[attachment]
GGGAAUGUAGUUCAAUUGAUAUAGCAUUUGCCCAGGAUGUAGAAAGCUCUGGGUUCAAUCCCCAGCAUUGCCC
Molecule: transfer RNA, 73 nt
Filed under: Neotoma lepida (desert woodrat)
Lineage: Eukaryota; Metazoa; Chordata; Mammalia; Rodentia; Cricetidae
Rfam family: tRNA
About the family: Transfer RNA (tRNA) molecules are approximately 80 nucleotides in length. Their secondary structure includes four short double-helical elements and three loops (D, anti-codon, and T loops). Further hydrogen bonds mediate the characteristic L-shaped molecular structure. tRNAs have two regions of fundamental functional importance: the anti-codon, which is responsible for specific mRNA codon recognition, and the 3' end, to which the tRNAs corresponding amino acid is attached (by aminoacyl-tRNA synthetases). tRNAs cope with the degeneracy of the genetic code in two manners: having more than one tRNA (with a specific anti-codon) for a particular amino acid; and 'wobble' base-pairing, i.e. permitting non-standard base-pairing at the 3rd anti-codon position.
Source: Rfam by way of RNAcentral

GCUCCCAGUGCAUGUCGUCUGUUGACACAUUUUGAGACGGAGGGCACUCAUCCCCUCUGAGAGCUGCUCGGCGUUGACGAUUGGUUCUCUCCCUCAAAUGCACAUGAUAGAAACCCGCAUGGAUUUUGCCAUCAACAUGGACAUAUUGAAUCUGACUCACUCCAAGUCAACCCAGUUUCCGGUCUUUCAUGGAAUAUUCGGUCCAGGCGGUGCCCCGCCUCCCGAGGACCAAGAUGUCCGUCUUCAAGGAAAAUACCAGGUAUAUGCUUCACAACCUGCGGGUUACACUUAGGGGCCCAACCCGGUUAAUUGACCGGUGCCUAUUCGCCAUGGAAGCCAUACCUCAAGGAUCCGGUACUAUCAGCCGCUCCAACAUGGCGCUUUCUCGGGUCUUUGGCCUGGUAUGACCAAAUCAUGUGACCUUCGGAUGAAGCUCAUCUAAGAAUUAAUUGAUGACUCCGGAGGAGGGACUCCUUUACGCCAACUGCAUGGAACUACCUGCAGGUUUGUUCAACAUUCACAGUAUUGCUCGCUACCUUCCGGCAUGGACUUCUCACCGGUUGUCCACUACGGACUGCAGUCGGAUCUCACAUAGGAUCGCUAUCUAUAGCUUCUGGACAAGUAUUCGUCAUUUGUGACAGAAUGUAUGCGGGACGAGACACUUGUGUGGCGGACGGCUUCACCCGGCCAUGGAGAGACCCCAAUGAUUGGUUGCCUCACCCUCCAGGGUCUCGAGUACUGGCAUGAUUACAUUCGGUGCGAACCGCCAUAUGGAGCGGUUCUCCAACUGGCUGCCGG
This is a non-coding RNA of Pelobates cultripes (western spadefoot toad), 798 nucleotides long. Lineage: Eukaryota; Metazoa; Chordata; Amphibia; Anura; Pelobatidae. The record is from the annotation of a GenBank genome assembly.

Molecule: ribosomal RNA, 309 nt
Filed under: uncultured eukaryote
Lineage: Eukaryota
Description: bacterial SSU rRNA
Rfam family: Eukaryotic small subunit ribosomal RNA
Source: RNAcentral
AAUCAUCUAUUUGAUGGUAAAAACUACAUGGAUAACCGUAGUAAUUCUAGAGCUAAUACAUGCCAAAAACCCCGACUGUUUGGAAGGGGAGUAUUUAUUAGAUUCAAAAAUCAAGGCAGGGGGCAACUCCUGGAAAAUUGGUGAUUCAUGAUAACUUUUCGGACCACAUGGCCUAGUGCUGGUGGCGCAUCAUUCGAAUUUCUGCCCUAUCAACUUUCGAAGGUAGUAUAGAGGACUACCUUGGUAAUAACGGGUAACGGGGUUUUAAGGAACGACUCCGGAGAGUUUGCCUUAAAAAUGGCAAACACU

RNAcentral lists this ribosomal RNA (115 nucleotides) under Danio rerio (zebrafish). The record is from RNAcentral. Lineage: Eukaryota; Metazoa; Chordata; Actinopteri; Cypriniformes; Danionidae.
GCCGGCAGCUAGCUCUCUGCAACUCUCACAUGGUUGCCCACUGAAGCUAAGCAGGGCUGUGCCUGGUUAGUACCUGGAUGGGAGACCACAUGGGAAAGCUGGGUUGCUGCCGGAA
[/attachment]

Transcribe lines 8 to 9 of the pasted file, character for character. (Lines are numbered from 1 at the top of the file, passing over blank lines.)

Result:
GCUCCCAGUGCAUGUCGUCUGUUGACACAUUUUGAGACGGAGGGCACUCAUCCCCUCUGAGAGCUGCUCGGCGUUGACGAUUGGUUCUCUCCCUCAAAUGCACAUGAUAGAAACCCGCAUGGAUUUUGCCAUCAACAUGGACAUAUUGAAUCUGACUCACUCCAAGUCAACCCAGUUUCCGGUCUUUCAUGGAAUAUUCGGUCCAGGCGGUGCCCCGCCUCCCGAGGACCAAGAUGUCCGUCUUCAAGGAAAAUACCAGGUAUAUGCUUCACAACCUGCGGGUUACACUUAGGGGCCCAACCCGGUUAAUUGACCGGUGCCUAUUCGCCAUGGAAGCCAUACCUCAAGGAUCCGGUACUAUCAGCCGCUCCAACAUGGCGCUUUCUCGGGUCUUUGGCCUGGUAUGACCAAAUCAUGUGACCUUCGGAUGAAGCUCAUCUAAGAAUUAAUUGAUGACUCCGGAGGAGGGACUCCUUUACGCCAACUGCAUGGAACUACCUGCAGGUUUGUUCAACAUUCACAGUAUUGCUCGCUACCUUCCGGCAUGGACUUCUCACCGGUUGUCCACUACGGACUGCAGUCGGAUCUCACAUAGGAUCGCUAUCUAUAGCUUCUGGACAAGUAUUCGUCAUUUGUGACAGAAUGUAUGCGGGACGAGACACUUGUGUGGCGGACGGCUUCACCCGGCCAUGGAGAGACCCCAAUGAUUGGUUGCCUCACCCUCCAGGGUCUCGAGUACUGGCAUGAUUACAUUCGGUGCGAACCGCCAUAUGGAGCGGUUCUCCAACUGGCUGCCGG
This is a non-coding RNA of Pelobates cultripes (western spadefoot toad), 798 nucleotides long. Lineage: Eukaryota; Metazoa; Chordata; Amphibia; Anura; Pelobatidae. The record is from the annotation of a GenBank genome assembly.